(2d Cir. 1991). “An insurer may refuse to defend only if it can be concluded as a
matter of law that there is no possible factual or legal basis on which [the insurer]
might eventually be held to be obligated to indemnify [the insured] under any
provision of the insurance policy.” Charter Oak Ins. Co. v. Zurich Am. Ins. Co.,
462 F. Supp. 3d 317, 323 (S.D.N.Y. 2020) (quoting CGS Indus., Inc. v. Charter
Oak Ins. Co., 720 F. 3d 71, 82 (2d Cir. 2013)).
The test, in other words, is whether the allegations in the complaint “suggest a reasonable
possibility of coverage.” Automobile Ins. Co. of Hartford v. Cook, 7 N.Y.3d 131, 137, 818
N.Y.S.2d 176, 179 (2006) (cleaned up). See also BP Air Conditioning Corp. v. One Beacon Ins.
Group, 8 N.Y.3d 708, 714, 840 N.Y.S.2d 302, 305 (2007). There is a reasonable possibility
Although Harleysville makes a desultory effort to claim that it was E-J, not Citywide, that
created the hazard at the intersection in question, that is clearly a factual issue that does not need
to await the determination of the Hernandez action. Even if the court in that action determines
that E-J created the hazard, the very existence of the question based upon Hernandez’s complaint
and the scope of work documents between E-J and Citywide is sufficient to require Harleysville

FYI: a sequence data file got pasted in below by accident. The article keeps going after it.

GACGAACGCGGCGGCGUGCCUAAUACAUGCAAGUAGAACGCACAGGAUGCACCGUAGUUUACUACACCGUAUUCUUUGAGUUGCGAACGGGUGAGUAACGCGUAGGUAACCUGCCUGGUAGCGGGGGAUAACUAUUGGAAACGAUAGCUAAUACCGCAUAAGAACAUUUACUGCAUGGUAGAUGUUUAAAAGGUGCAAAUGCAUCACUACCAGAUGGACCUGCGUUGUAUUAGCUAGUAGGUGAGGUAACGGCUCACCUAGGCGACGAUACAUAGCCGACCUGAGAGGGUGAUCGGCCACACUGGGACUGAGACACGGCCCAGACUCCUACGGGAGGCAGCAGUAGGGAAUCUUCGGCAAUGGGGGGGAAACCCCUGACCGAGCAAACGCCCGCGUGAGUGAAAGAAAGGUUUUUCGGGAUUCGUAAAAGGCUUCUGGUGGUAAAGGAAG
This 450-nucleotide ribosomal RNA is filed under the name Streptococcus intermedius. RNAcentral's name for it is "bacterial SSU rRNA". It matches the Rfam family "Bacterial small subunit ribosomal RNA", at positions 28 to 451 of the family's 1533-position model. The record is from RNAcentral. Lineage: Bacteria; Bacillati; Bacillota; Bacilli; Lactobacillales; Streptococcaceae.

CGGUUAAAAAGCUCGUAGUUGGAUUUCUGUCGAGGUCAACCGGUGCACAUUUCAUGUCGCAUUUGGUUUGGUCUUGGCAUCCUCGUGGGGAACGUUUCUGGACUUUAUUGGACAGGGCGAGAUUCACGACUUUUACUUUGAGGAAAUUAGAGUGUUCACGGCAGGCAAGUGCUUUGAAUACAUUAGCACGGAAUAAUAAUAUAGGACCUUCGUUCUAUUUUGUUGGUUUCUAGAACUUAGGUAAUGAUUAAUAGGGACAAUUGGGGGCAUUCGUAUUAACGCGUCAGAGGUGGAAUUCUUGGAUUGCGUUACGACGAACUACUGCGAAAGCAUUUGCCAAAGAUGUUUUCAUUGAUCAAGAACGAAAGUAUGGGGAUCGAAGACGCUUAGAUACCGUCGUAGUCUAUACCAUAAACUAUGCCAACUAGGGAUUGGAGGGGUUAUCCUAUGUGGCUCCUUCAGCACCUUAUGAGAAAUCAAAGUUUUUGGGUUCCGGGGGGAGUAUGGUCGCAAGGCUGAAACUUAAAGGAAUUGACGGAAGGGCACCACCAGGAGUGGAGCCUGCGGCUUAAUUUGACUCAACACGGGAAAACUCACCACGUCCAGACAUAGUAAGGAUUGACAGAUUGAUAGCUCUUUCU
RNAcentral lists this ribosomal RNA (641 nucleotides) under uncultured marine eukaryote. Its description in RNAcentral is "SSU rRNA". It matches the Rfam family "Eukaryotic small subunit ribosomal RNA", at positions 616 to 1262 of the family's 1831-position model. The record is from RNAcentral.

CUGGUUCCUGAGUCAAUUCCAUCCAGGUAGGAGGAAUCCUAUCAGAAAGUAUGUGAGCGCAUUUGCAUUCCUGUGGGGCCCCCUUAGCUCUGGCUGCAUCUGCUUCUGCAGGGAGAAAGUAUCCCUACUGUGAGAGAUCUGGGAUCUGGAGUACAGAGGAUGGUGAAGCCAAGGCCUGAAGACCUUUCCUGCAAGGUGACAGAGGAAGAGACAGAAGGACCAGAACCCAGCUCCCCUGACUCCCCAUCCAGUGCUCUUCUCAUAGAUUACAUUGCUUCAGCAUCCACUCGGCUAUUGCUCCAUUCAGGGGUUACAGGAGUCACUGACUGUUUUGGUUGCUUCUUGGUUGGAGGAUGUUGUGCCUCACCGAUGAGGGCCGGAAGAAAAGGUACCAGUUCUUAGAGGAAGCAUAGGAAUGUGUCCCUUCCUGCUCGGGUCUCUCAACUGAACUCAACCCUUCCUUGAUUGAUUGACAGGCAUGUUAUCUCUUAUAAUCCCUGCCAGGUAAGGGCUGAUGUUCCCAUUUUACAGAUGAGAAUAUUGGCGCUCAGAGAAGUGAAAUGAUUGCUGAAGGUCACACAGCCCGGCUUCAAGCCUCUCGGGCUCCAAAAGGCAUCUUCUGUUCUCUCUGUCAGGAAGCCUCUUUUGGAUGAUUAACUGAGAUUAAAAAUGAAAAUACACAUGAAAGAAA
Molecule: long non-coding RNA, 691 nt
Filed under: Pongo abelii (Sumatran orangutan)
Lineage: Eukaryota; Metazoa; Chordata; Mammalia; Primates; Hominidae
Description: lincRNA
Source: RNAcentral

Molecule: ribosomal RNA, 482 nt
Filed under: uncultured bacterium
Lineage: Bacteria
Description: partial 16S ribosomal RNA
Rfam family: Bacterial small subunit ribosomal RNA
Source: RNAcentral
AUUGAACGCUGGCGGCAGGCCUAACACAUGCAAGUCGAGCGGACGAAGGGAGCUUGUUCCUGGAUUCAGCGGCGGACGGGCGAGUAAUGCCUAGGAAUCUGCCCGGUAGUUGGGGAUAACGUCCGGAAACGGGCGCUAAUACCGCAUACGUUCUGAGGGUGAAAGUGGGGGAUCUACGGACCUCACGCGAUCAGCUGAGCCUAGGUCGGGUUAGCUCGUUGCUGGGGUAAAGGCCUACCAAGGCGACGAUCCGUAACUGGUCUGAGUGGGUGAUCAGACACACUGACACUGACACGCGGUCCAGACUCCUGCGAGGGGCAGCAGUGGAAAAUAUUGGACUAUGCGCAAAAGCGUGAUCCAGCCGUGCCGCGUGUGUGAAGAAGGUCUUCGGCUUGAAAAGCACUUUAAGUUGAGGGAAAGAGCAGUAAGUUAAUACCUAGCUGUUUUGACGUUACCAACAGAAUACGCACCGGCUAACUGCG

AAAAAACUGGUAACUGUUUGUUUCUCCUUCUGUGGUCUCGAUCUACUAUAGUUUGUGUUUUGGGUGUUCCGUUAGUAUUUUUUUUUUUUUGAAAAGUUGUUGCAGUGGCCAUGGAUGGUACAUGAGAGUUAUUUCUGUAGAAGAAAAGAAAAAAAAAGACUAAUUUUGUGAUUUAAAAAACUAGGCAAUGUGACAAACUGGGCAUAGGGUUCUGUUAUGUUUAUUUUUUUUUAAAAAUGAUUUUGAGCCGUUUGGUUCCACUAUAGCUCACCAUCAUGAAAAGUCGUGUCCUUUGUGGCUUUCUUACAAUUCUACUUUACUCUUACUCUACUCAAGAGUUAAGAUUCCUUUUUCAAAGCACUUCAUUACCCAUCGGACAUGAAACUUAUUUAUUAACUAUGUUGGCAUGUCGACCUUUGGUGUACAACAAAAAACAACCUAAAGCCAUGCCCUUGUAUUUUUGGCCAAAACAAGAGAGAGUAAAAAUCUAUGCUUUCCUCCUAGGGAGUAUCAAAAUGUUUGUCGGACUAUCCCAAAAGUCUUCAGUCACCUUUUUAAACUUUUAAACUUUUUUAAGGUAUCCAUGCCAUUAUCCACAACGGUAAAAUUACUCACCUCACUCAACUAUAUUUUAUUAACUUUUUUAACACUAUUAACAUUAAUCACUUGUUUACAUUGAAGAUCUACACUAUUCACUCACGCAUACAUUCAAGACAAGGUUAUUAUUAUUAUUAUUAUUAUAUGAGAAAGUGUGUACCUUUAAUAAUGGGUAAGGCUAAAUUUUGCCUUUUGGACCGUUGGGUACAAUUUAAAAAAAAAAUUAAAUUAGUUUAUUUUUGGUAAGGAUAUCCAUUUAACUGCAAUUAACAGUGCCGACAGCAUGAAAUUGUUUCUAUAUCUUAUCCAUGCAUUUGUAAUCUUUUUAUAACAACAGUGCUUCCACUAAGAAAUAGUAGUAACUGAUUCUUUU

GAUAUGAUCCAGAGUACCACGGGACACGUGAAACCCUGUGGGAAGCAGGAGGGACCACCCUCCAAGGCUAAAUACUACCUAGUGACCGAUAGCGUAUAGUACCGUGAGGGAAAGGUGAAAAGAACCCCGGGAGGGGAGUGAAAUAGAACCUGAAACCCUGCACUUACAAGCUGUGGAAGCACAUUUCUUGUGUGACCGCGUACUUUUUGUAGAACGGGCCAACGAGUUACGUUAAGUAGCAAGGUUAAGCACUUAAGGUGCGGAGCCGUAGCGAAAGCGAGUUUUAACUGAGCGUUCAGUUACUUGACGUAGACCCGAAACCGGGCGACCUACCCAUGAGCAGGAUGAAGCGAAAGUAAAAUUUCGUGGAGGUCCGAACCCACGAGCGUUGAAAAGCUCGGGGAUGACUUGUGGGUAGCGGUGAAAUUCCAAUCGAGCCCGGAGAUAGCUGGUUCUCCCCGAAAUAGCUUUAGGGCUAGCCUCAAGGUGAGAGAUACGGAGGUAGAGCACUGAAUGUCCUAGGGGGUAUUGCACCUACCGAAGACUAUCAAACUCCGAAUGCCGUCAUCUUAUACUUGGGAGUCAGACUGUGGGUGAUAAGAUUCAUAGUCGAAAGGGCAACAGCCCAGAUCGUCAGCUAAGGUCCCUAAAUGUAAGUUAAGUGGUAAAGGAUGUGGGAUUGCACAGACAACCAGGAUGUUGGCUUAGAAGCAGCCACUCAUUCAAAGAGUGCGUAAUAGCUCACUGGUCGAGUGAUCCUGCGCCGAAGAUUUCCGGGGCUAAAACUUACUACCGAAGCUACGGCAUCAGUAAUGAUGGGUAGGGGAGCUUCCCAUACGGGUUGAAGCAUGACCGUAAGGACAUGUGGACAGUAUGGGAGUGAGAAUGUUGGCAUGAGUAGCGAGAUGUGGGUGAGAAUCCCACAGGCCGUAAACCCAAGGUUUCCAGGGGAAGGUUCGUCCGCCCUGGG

to supply E-J with a defense.
Harleysville relies heavily on the fact that Citywide is only named in E-J’s third-party
complaint, not in Hernandez’s original complaint. Harleysville’s argument is imprecise, but it
appears to rest on the general rule that the duty to defend arises “[i]f [the] complaint contains any
facts or allegations which bring the claim even potentially within the protection purchased … .”
Regal Constr. Corp. v. Nat’l Union Fire Ins. Co. of Pittsburgh, PA, 15 N.Y.3d 34, 37, 904
N.Y.S.2d 338, 340 (2010) (cleaned up). To the extent Harleysville is arguing that the absence of
Citywide from Hernandez’s complaint precludes coverage ipso facto, its argument fails for two
First, as Harleysville seems to recognize itself by relying on extraneous evidence,
ascertaining the duty to defend is not confined to the face of the complaint, although that is often
the sole or primary source. But the inquiry can also include whether the insurer “has knowledge
of facts which potentially bring the claim within the policy’s indemnity coverage.” Fitzpatrick v.
Am. Honda Motor, 78 N.Y.2d 61, 66-67, 571 N.Y.S.2d 672, 674-75 (1991) (citations omitted).
Here, Traveler’s tendering of the defense and indemnification on behalf of E-J four separate
times was more than sufficient to alert Harleysville that its insured, Citywide, may well have
been responsible for the hazard.
More importantly, Harleysville’s argument puts the cart before the horse. By applying
the limiting language (“arising out of”) that follows the definition of additional insured,